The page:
Coach looking to turn Yokota into soccer power
March 27, 2013
YOKOTA AIR BASE — “Twenty-one strong – dig deep” is the pre-game cheer this year for the girls soccer team at Yokota High School, one of many motivating phrases being taught by first-year coach Nicole Angel.
Angel calls them her “affirmations,” challenging players to recite them by memory during practice.
“The girls really stick by them,” she said. “We’re very, very structured.”
And the results so far are encouraging for the Panthers (6-1-2), who were 17-7-1 last season, finishing sixth in the Far East Division I Tournament.
It’s the continuation of a turnaround from the lean years of 2010 and 2011, when they went a combined 10-20-5, with 10th- and sixth-place D-I finishes.
They so far have a positive goal differential of 17-3. The defense, led by sweeper Katelyn Sult and freshman goalkeeper Sarah Cronin, has recorded six shutouts. Yokota’s only loss was 2-1 March 9 in the opener at Nile C. Kinnick; the Panthers avenged that by handing the Red Devils their only blemish on last weekend’s DODDS Japan tournament ledger, a 1-1 draw.
Thus, many things are working early on for the Panthers despite losing three players responsible for 31 goals last season and entering the campaign with what Angel described before the season as a “very young” lineup.
“I don’t think anyone expected (the early success) – I did – I knew this was a special group from the first time I walked on the pitch,” Angel said.
Angel, the team’s first new coach in nine years, arrived at Yokota in August with her family and also came toting 16 years of girl’s high school soccer coaching experience in Alabama and North Carolina.
You could say soccer is in this family’s blood. Angel’s father, Darry Andrew, coached girls soccer at Mannheim for 30 years from 1976. Angel’s brother, Rick Andrew, was two times All-DODDS Europe and is currently coaching in Alabama. Angel played under her father in high school, six years of club ball in Germany and one year at the University of Maryland.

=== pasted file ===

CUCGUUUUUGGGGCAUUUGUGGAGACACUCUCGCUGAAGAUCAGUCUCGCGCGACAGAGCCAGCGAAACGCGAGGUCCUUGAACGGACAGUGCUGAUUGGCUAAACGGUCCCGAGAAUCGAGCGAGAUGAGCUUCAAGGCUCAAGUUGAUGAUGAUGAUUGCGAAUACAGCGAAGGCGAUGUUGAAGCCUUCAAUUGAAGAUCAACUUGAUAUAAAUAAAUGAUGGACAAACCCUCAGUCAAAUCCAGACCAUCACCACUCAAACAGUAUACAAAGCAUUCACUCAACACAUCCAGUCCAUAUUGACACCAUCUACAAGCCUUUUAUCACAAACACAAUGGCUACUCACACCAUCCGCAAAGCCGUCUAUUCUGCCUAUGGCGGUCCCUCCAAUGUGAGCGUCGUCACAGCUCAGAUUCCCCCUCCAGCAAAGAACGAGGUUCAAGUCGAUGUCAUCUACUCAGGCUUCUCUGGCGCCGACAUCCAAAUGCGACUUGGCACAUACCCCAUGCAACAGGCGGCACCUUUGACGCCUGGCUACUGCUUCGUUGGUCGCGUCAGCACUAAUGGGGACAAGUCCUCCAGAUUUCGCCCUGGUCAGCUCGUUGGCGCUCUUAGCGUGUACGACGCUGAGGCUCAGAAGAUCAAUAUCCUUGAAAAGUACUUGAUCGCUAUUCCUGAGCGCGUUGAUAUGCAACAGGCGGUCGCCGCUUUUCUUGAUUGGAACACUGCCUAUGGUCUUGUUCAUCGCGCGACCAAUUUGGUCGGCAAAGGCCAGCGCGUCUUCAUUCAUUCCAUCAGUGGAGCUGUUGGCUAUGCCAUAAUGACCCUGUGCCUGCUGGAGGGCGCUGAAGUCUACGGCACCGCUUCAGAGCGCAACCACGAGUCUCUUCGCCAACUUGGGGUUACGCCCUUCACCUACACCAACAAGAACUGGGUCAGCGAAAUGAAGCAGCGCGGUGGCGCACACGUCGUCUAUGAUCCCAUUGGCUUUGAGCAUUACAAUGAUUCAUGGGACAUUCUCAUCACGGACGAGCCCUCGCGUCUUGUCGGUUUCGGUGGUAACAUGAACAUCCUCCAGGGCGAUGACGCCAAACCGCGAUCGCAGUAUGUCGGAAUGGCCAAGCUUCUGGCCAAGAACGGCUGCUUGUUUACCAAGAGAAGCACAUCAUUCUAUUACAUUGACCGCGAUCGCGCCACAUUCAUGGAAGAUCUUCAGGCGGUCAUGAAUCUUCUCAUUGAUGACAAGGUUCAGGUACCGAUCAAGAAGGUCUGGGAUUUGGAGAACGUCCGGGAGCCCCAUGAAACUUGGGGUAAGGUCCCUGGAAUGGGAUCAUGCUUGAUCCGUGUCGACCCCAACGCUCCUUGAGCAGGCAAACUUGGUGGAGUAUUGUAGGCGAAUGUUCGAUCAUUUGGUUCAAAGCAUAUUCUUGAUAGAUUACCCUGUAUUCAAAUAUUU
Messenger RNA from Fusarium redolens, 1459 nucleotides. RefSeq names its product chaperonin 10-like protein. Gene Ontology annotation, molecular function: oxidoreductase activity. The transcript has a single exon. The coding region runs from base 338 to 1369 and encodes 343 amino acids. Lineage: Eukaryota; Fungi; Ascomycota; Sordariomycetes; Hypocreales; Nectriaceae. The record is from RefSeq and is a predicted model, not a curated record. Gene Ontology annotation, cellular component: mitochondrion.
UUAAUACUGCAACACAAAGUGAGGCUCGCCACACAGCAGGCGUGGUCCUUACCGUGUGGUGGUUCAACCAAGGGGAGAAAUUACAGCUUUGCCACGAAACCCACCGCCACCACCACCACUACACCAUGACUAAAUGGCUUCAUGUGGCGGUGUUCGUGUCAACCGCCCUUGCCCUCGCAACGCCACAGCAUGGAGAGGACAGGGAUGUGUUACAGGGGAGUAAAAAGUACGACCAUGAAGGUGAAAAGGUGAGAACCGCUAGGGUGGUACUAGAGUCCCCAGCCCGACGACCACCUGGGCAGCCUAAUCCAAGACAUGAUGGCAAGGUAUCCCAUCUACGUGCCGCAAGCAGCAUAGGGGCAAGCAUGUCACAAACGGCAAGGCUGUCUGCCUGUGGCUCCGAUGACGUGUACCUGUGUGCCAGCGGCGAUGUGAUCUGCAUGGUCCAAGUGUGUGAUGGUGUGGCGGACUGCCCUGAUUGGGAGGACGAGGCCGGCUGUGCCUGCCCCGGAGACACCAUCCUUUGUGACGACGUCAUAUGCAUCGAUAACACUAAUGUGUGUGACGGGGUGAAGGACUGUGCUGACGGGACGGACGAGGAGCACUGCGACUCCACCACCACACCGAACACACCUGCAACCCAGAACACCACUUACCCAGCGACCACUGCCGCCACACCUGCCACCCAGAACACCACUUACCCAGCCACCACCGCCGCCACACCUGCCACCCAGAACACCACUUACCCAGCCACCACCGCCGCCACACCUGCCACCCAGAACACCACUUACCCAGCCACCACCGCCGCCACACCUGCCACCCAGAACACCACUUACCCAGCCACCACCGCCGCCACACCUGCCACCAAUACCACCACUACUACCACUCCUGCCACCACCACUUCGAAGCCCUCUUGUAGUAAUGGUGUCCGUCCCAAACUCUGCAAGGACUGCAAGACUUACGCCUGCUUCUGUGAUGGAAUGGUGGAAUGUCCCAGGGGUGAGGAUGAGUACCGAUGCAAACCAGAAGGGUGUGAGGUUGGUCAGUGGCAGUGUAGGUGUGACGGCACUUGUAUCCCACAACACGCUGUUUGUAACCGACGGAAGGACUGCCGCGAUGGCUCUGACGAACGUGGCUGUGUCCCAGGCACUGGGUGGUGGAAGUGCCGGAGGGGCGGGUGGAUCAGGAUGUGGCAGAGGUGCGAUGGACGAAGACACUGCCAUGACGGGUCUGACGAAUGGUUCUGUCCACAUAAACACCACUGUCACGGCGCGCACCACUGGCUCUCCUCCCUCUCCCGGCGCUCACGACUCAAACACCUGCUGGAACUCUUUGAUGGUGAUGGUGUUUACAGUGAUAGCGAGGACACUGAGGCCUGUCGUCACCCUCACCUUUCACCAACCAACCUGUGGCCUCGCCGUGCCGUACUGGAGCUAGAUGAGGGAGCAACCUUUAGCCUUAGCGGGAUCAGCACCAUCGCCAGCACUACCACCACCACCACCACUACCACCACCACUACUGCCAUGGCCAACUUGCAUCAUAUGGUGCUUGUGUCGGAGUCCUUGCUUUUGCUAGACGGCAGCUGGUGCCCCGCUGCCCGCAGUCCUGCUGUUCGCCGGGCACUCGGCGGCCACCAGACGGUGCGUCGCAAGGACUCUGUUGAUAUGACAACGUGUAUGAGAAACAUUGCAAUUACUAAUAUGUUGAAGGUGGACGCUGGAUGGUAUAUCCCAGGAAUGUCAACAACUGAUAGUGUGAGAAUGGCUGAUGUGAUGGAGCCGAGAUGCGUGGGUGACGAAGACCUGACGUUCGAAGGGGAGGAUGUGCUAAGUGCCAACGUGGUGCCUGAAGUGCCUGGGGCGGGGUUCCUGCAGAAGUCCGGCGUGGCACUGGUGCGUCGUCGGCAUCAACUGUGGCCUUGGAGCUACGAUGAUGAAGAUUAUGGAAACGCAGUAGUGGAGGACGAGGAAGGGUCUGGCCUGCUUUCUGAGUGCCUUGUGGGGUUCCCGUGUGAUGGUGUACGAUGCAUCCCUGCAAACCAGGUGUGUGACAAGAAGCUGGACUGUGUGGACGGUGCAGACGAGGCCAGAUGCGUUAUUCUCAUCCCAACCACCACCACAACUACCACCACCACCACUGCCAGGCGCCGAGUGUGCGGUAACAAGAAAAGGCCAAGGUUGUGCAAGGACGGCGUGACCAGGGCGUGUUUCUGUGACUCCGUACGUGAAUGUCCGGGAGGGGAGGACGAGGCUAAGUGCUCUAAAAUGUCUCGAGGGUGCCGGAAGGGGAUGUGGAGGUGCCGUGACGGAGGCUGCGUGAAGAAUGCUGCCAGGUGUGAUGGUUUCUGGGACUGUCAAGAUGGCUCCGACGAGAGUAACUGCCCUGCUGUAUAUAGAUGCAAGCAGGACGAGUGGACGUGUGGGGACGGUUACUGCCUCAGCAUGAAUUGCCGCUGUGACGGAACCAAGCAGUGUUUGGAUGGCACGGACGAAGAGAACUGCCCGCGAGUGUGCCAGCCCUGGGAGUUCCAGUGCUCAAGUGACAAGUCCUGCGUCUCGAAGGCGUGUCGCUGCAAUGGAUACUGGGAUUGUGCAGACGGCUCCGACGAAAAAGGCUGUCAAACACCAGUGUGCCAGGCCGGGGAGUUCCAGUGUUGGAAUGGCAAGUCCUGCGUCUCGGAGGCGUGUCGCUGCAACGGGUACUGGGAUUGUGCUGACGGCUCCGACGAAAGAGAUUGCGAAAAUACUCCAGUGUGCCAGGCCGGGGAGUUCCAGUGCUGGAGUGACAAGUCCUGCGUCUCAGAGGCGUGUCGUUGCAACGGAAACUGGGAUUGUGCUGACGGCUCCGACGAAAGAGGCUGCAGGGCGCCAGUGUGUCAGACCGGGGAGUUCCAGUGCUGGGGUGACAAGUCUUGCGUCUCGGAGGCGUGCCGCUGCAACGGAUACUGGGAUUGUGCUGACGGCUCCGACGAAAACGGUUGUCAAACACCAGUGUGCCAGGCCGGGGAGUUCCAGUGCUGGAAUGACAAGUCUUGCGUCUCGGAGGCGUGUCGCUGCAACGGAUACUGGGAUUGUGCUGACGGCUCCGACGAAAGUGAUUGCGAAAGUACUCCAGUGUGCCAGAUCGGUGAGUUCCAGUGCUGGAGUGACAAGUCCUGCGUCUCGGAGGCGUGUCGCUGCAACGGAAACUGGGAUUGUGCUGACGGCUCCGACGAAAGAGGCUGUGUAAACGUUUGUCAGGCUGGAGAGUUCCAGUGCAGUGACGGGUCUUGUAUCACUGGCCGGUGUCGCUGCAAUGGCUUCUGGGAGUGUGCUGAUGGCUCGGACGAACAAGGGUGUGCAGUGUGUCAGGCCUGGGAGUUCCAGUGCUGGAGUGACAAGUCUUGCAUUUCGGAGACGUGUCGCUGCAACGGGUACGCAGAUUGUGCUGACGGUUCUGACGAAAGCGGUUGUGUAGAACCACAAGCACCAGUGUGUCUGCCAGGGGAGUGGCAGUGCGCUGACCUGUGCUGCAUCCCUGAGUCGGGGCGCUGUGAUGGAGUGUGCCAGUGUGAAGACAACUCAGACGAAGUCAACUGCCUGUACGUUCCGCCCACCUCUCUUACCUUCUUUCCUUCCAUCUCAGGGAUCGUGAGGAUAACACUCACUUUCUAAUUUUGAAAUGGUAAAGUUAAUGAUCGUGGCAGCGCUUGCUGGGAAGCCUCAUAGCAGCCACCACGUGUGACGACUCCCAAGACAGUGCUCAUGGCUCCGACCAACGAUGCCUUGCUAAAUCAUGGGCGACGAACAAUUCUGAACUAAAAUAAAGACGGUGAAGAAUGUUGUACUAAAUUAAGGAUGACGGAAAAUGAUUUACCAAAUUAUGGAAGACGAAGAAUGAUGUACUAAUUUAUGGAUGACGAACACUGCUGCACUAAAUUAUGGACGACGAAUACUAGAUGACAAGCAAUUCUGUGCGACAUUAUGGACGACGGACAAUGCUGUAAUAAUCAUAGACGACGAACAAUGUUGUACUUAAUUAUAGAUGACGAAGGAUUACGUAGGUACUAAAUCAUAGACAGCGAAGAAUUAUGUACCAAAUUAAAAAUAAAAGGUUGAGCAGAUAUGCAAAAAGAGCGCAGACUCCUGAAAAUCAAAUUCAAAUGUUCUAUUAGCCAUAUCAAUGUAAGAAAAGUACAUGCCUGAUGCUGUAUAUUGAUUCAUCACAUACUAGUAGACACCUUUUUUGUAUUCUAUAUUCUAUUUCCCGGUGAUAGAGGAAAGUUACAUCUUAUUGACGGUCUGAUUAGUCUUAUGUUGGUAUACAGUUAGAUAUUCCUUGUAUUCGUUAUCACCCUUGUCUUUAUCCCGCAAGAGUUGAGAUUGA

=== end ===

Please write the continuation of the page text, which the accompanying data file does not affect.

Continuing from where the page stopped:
“I’m a DODDS kid,” she said. “I’m new, but I’m not to DODDS.”
Knowing the situation of high school sports on military bases, with players’ frequent comings and goings, Angel started her coaching tenure by recruiting for this season’s team, which has had to overcome the loss of scoring stars Gabby Navarro, Christina Raymond and Michaela Atchley.
First, she found an assistant coach with college playing experience, Manny Broderick. Then, she went for players, including her freshman goalkeeper who has four weeks of soccer experience but five of the team’s shutouts.
Angel said credit for the stingy defense also goes to the speedy and senior-heavy back line: Sult, stopper Emily Beemsterboer and outside back Meghan Mitchell. Mitchell’s younger sister, sophomore Emily, balances out the back of Angel’s 4-4-2 formation.
The dominant defense has allowed Yokota to control play at times entirely in their opponent’s half, increasing scoring chances for senior striker Anju Yamanaka (six goals) and sophomore running mate Sarah Claypool.
Angel seemed particularly pleased with her team’s overall aggressive play, praising them for winning the majority of 50-50 balls and “just going in hard” on tackles.
Angel says she and Broderick nurture the competitive spirit in practice, like via a one-on-one drill that requires the players to sprint to the ball, fight for possession and maintain it under pressure for five seconds.
“We tell the girls to leave it all on the field,” Angel said.
And after the game this weekend at Matthew C. Perry, as she always does, Angel will call her father in Alabama to help analyze her players’ performances.
“I definitely don’t coach kickball – they play soccer,” Angel said.